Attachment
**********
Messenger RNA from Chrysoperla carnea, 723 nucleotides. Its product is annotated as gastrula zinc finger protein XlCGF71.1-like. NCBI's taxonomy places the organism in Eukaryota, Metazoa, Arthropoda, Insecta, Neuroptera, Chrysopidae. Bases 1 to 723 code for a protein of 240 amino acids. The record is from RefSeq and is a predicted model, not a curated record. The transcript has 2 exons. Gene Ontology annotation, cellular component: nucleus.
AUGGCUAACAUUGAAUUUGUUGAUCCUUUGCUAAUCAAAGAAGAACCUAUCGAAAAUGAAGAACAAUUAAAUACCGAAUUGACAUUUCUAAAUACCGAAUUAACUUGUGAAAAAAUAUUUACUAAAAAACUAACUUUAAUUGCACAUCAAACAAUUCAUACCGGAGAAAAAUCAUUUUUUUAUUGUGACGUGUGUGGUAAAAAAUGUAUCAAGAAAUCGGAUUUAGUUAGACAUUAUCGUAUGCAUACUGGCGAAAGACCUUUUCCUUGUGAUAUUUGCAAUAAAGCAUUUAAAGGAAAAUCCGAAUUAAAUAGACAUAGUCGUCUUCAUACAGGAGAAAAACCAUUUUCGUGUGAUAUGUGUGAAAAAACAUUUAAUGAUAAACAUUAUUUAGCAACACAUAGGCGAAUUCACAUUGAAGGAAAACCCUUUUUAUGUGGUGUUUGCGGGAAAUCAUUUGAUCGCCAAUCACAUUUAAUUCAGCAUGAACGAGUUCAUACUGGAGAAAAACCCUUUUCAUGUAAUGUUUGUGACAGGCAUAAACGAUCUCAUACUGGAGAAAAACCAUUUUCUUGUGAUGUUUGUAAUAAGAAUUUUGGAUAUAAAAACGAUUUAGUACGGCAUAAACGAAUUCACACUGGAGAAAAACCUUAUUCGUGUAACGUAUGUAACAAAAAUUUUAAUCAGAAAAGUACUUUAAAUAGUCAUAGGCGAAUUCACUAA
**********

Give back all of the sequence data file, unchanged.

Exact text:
Messenger RNA from Chrysoperla carnea, 723 nucleotides. Its product is annotated as gastrula zinc finger protein XlCGF71.1-like. NCBI's taxonomy places the organism in Eukaryota, Metazoa, Arthropoda, Insecta, Neuroptera, Chrysopidae. Bases 1 to 723 code for a protein of 240 amino acids. The record is from RefSeq and is a predicted model, not a curated record. The transcript has 2 exons. Gene Ontology annotation, cellular component: nucleus.
AUGGCUAACAUUGAAUUUGUUGAUCCUUUGCUAAUCAAAGAAGAACCUAUCGAAAAUGAAGAACAAUUAAAUACCGAAUUGACAUUUCUAAAUACCGAAUUAACUUGUGAAAAAAUAUUUACUAAAAAACUAACUUUAAUUGCACAUCAAACAAUUCAUACCGGAGAAAAAUCAUUUUUUUAUUGUGACGUGUGUGGUAAAAAAUGUAUCAAGAAAUCGGAUUUAGUUAGACAUUAUCGUAUGCAUACUGGCGAAAGACCUUUUCCUUGUGAUAUUUGCAAUAAAGCAUUUAAAGGAAAAUCCGAAUUAAAUAGACAUAGUCGUCUUCAUACAGGAGAAAAACCAUUUUCGUGUGAUAUGUGUGAAAAAACAUUUAAUGAUAAACAUUAUUUAGCAACACAUAGGCGAAUUCACAUUGAAGGAAAACCCUUUUUAUGUGGUGUUUGCGGGAAAUCAUUUGAUCGCCAAUCACAUUUAAUUCAGCAUGAACGAGUUCAUACUGGAGAAAAACCCUUUUCAUGUAAUGUUUGUGACAGGCAUAAACGAUCUCAUACUGGAGAAAAACCAUUUUCUUGUGAUGUUUGUAAUAAGAAUUUUGGAUAUAAAAACGAUUUAGUACGGCAUAAACGAAUUCACACUGGAGAAAAACCUUAUUCGUGUAACGUAUGUAACAAAAAUUUUAAUCAGAAAAGUACUUUAAAUAGUCAUAGGCGAAUUCACUAA